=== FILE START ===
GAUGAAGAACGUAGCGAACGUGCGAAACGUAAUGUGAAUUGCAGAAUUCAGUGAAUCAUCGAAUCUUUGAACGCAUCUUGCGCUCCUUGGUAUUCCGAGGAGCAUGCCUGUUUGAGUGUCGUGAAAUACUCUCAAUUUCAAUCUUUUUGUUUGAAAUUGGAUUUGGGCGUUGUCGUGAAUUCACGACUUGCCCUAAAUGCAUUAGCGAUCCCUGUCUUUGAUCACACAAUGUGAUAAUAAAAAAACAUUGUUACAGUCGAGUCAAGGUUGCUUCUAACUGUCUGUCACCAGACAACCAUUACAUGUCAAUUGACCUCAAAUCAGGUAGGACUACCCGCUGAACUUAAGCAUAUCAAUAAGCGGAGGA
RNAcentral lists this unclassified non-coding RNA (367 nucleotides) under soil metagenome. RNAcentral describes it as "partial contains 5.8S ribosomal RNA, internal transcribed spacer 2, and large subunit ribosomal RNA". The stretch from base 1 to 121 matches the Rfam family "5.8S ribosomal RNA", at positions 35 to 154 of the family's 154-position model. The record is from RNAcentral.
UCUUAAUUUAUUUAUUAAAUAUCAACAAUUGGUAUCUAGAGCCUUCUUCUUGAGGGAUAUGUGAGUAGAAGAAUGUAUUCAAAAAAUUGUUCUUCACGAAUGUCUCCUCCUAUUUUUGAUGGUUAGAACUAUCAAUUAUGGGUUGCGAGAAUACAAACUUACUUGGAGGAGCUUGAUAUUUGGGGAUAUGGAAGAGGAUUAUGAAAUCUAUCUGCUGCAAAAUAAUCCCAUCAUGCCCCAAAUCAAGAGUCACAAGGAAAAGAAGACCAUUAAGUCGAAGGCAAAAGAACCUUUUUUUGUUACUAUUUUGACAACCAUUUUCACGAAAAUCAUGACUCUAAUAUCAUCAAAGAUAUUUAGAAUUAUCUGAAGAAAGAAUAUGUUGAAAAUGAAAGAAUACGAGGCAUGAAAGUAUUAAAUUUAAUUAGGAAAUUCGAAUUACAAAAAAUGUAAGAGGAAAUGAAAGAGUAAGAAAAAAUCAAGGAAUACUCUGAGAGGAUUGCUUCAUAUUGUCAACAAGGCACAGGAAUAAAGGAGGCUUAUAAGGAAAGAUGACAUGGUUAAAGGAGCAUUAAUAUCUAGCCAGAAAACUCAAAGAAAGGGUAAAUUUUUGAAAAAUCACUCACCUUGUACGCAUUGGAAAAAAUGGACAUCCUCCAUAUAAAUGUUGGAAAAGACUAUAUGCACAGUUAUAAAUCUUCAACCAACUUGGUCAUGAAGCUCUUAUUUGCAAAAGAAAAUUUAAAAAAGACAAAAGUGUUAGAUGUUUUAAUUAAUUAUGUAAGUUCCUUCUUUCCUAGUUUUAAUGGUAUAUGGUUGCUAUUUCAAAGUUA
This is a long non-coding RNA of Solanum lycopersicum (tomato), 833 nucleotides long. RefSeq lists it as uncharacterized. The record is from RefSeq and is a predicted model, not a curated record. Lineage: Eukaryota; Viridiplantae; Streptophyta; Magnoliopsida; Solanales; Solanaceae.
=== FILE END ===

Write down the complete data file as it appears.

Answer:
GAUGAAGAACGUAGCGAACGUGCGAAACGUAAUGUGAAUUGCAGAAUUCAGUGAAUCAUCGAAUCUUUGAACGCAUCUUGCGCUCCUUGGUAUUCCGAGGAGCAUGCCUGUUUGAGUGUCGUGAAAUACUCUCAAUUUCAAUCUUUUUGUUUGAAAUUGGAUUUGGGCGUUGUCGUGAAUUCACGACUUGCCCUAAAUGCAUUAGCGAUCCCUGUCUUUGAUCACACAAUGUGAUAAUAAAAAAACAUUGUUACAGUCGAGUCAAGGUUGCUUCUAACUGUCUGUCACCAGACAACCAUUACAUGUCAAUUGACCUCAAAUCAGGUAGGACUACCCGCUGAACUUAAGCAUAUCAAUAAGCGGAGGA
RNAcentral lists this unclassified non-coding RNA (367 nucleotides) under soil metagenome. RNAcentral describes it as "partial contains 5.8S ribosomal RNA, internal transcribed spacer 2, and large subunit ribosomal RNA". The stretch from base 1 to 121 matches the Rfam family "5.8S ribosomal RNA", at positions 35 to 154 of the family's 154-position model. The record is from RNAcentral.
UCUUAAUUUAUUUAUUAAAUAUCAACAAUUGGUAUCUAGAGCCUUCUUCUUGAGGGAUAUGUGAGUAGAAGAAUGUAUUCAAAAAAUUGUUCUUCACGAAUGUCUCCUCCUAUUUUUGAUGGUUAGAACUAUCAAUUAUGGGUUGCGAGAAUACAAACUUACUUGGAGGAGCUUGAUAUUUGGGGAUAUGGAAGAGGAUUAUGAAAUCUAUCUGCUGCAAAAUAAUCCCAUCAUGCCCCAAAUCAAGAGUCACAAGGAAAAGAAGACCAUUAAGUCGAAGGCAAAAGAACCUUUUUUUGUUACUAUUUUGACAACCAUUUUCACGAAAAUCAUGACUCUAAUAUCAUCAAAGAUAUUUAGAAUUAUCUGAAGAAAGAAUAUGUUGAAAAUGAAAGAAUACGAGGCAUGAAAGUAUUAAAUUUAAUUAGGAAAUUCGAAUUACAAAAAAUGUAAGAGGAAAUGAAAGAGUAAGAAAAAAUCAAGGAAUACUCUGAGAGGAUUGCUUCAUAUUGUCAACAAGGCACAGGAAUAAAGGAGGCUUAUAAGGAAAGAUGACAUGGUUAAAGGAGCAUUAAUAUCUAGCCAGAAAACUCAAAGAAAGGGUAAAUUUUUGAAAAAUCACUCACCUUGUACGCAUUGGAAAAAAUGGACAUCCUCCAUAUAAAUGUUGGAAAAGACUAUAUGCACAGUUAUAAAUCUUCAACCAACUUGGUCAUGAAGCUCUUAUUUGCAAAAGAAAAUUUAAAAAAGACAAAAGUGUUAGAUGUUUUAAUUAAUUAUGUAAGUUCCUUCUUUCCUAGUUUUAAUGGUAUAUGGUUGCUAUUUCAAAGUUA
This is a long non-coding RNA of Solanum lycopersicum (tomato), 833 nucleotides long. RefSeq lists it as uncharacterized. The record is from RefSeq and is a predicted model, not a curated record. Lineage: Eukaryota; Viridiplantae; Streptophyta; Magnoliopsida; Solanales; Solanaceae.